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Making tidy increases/decreases when working with linen yarn, Lina

by Charles Voth

I’m so excited to share my sweater design where I held together Lina, a linen-cotton blend, and Whisper Lace, a wool-silk blend, both by Fibra Natura. On Tuesday, I reviewed Whisper Lace and yesterday I looked at Lina.

Today, I want to show you how the two yarns look together. I’ll also demonstrate how to keep this not-so-elastic linen yarn behaving discreetly when you increase and decrease to shape the sweater I’m sharing with you today and tomorrow. Let’s get to it!

Stockinette stitch with Lina and Whisper Lace by Fibra Natura.

The above stockinette is knit in the round and the gauge on a US8 [5mm] circular needle is 18 sts and 25 rows across 4″.

I’m thrilled with the drape of this fabric, and it’s very light as well, so I achieved my goal of knitting at a worsted weight gauge by blending two lighter weight yarns, which by their own merit give a lot of drape to knit fabric. I really like the peek-a-boo bits of tweed-like flecks of color from the Reeds colorway of Whisper Lace.

Zing interchangeable needles come in a variety of colors, and make a nice contrast to the yarn.

This sweater design was done “on the mannequin” instead of all on paper first, so there was the need to remove the stitches from the circular needle to try it on the model every once in a while.

This could have been a big hassle, but instead, I used the cool feature of my Zing interchangeable circular needle by Knitter’s Pride. See that little hole about an inch from my fingers? That’s where I threaded through dental floss as a life-line and knit one more round. Then I could unscrew the tips off the cable, slide the cable off the stitches, and voilà!

This sweater starts with a simple crew neck and is knit top down, making increases a necessary stitch for shaping.

I’m sure you’ve heard it before, but when you swatch for an in-the-round sweater, be sure to swatch in the round, too! The tension of not having purl rows can be different for some knitters.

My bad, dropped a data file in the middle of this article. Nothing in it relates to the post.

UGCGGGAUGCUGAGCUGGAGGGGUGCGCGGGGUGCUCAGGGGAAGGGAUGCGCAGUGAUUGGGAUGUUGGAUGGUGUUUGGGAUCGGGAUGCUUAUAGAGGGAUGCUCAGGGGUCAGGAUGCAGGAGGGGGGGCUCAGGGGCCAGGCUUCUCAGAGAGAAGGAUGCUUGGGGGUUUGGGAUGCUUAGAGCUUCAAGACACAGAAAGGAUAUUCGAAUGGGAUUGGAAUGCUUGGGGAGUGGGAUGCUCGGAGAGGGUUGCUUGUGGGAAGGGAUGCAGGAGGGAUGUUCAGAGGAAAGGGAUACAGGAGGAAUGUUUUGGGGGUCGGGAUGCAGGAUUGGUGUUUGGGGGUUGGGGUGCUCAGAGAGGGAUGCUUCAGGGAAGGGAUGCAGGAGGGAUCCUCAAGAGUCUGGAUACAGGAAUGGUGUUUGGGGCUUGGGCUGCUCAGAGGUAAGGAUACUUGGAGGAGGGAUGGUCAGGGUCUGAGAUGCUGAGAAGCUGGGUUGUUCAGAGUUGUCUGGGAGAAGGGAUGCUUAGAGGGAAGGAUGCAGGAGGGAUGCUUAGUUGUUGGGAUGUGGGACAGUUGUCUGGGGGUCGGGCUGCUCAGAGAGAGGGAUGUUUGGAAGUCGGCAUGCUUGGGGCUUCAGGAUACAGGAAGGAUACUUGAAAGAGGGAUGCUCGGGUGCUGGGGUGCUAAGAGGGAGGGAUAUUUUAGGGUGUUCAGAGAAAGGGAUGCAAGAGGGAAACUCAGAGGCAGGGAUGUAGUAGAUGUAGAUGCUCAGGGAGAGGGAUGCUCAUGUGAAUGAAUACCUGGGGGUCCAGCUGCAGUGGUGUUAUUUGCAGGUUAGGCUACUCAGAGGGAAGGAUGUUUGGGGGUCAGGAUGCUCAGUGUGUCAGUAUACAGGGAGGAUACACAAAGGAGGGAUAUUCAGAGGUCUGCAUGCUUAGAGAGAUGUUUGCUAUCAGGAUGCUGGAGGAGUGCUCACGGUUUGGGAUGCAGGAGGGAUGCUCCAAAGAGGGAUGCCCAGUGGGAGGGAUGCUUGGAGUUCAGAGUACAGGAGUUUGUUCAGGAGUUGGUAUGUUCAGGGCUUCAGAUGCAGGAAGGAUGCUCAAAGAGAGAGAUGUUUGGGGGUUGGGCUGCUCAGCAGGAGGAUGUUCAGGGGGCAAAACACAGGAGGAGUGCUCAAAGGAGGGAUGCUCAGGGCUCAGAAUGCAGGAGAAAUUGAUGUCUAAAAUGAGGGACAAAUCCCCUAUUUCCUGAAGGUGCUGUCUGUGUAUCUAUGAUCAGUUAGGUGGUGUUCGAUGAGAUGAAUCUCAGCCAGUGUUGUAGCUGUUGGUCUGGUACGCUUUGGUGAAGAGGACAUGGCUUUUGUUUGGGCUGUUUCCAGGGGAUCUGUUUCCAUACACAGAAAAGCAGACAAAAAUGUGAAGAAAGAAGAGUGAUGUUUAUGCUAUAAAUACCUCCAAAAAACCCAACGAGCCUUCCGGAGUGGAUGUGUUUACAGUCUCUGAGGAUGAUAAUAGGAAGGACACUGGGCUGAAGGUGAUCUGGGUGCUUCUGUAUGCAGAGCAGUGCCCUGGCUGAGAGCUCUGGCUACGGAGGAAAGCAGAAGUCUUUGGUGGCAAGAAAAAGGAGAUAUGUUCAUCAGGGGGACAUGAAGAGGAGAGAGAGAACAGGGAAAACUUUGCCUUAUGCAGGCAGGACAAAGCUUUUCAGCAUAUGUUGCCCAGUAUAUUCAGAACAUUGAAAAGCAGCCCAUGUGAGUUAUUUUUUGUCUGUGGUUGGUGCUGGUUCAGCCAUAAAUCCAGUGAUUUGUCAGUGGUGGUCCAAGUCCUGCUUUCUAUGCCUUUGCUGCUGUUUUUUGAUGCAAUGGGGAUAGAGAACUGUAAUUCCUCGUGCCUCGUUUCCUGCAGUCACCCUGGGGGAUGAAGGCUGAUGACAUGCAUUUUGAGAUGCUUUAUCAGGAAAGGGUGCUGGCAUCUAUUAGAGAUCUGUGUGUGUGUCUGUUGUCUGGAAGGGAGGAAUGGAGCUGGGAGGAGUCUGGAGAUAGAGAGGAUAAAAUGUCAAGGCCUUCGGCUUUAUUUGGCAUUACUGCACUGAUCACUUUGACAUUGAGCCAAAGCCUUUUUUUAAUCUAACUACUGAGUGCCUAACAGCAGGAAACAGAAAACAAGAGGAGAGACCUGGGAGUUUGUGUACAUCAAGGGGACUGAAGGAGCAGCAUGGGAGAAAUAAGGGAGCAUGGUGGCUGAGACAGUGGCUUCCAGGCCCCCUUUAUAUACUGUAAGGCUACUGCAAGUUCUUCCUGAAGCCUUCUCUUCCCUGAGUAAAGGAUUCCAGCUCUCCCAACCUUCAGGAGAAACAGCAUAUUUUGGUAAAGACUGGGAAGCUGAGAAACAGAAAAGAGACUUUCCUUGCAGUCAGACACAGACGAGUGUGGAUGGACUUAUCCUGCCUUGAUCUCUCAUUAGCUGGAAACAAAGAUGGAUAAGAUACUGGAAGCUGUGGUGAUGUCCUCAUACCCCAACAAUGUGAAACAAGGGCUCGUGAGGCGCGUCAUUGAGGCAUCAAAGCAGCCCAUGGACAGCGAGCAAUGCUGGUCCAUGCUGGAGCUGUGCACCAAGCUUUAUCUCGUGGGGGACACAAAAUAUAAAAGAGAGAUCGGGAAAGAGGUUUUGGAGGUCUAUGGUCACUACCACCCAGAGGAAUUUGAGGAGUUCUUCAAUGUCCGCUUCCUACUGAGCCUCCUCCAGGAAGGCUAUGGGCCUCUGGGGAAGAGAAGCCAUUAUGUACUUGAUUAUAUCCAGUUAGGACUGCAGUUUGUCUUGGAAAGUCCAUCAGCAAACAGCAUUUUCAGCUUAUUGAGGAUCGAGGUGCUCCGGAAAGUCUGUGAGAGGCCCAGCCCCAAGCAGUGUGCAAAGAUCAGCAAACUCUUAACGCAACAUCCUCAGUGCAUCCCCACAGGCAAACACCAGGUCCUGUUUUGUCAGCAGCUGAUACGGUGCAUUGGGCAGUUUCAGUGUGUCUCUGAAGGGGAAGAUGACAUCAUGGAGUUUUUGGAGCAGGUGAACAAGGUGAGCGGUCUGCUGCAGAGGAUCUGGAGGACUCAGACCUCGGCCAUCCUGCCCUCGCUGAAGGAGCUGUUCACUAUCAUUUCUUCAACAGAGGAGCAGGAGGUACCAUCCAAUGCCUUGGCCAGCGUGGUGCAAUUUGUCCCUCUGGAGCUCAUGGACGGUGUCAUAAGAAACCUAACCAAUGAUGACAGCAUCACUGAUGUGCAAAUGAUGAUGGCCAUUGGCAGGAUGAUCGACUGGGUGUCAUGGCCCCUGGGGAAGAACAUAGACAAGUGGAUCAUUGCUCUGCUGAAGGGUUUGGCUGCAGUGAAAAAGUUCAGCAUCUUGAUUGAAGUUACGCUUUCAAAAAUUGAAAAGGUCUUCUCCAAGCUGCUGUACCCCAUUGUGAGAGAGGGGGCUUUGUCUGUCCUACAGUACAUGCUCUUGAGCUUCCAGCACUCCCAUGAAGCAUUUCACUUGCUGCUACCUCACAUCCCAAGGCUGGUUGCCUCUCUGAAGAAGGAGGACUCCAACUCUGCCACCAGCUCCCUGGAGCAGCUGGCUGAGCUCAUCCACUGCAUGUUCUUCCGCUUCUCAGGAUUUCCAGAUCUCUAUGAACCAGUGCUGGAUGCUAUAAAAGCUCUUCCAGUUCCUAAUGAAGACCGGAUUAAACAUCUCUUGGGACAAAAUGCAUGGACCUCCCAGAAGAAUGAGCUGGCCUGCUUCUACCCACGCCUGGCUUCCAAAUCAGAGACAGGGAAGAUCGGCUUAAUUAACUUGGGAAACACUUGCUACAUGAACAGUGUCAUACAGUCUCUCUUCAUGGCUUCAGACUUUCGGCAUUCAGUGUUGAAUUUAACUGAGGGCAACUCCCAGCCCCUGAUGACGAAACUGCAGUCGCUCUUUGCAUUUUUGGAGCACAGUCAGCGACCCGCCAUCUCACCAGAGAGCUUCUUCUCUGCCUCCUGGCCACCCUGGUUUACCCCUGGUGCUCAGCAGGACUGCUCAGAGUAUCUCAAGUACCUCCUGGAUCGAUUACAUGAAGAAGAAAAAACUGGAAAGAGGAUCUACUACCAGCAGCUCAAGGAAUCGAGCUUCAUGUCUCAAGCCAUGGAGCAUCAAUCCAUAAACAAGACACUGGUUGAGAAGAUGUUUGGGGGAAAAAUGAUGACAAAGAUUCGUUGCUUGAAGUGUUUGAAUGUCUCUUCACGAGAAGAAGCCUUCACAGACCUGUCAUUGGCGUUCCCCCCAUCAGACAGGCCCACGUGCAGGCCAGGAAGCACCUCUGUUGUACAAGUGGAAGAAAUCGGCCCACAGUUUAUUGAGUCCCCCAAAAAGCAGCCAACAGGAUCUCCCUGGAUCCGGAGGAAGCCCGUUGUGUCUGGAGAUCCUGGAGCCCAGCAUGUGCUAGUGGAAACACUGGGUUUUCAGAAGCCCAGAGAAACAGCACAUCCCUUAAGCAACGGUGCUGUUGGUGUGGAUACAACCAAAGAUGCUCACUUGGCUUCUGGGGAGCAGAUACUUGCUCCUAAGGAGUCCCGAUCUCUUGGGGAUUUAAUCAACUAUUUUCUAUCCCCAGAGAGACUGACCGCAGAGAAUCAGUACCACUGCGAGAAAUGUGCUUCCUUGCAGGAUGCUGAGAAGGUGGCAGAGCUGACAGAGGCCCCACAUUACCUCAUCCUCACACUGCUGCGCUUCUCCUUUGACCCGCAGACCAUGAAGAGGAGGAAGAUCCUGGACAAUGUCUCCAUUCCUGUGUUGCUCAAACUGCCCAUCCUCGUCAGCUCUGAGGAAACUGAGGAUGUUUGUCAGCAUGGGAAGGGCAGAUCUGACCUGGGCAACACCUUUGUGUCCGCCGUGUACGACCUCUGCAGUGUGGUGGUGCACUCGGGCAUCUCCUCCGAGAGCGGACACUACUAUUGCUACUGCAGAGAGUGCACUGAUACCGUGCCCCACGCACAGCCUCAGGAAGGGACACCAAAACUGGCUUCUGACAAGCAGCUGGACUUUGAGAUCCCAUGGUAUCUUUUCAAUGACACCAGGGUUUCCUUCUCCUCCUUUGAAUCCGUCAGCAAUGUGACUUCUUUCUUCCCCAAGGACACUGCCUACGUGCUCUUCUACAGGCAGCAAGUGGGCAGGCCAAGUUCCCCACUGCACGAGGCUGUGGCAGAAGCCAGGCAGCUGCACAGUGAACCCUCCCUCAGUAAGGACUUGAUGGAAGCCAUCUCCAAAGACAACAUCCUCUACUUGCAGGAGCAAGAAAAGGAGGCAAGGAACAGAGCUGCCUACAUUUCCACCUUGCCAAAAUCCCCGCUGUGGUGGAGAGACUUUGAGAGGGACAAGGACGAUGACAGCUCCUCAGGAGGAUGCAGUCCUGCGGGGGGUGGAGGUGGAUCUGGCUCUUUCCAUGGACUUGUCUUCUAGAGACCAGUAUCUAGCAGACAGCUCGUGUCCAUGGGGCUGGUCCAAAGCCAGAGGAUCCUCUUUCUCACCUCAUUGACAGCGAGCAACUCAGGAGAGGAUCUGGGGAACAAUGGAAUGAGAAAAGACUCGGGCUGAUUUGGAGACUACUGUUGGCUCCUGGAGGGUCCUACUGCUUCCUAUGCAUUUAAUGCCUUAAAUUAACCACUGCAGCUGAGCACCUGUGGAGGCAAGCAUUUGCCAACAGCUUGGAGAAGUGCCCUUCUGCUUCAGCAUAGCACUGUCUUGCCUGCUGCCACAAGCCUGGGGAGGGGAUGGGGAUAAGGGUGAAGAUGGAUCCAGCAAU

As I said earlier, this sweater is top-down, and it begins with a yoke construction.There’s one difference to this particular yoke. You start by knitting in rows and working a gap opening at the center back, later to be closed with a button, and you’ll be working short-rows to ensure the back of the sweater sits higher on the back neck, so that the front crew is comfortable.

I used German short rows, which I went on and on about a while ago, and demonstrated in a video, too, because they’re invisible with the linen yarn…and it’s all about invisibility with plant fiber yarns that don’t have elasticity, because any slight shift in tension is readily visible, like right there!

This also means that increases will show, too. There’s no way to make them totally invisible, but I worked and worked at making them discreet and figured out a really useful strategy.

TIP You use the tips of the needles, not their full circumference to knit the increases, and also the decreases. Using Knitter’s Pride Zing needles makes this technique really easy because you just have to keep your loops and yarn-overs on the shiny nickel-plated tips, which are narrower than the colored body of the needles. Awesome!

I know that you probably have your favorite kind of increase, and M1 (make 1) may not be it. I tried lifted increases, knit front-back increases, and yo and knit into the back loop of the yo on the next round. None of them were subtle enough for my taste. So I’m sticking with the M1, and technically it’s a left-twist Make 1. I didn’t bother to try a right-twist M1 because I figured it would stretch the linen stitches even more and that would make them less than invisible.

To knit a large version of this sweater (44″ bust and meant to be worn with no positive ease), you’ll need 6 hanks of Lina and 3 balls of Whisper Lace.

Tomorrow I’ll share the pattern for this size. The other sizes are under development and will appear soon. Stay tuned, or leave us a comment!

Pam is modelling the Parallelogram Tee, knit out of Lina and Whisper Lace by Fibra Natura.

This is part 4 of 5 in this series.
Go back to part 3: What gives Fibra Natura Lina yarn its beautiful drape?

Go to part 5: Try a parallelogram lace panel in your next top-down knit tee

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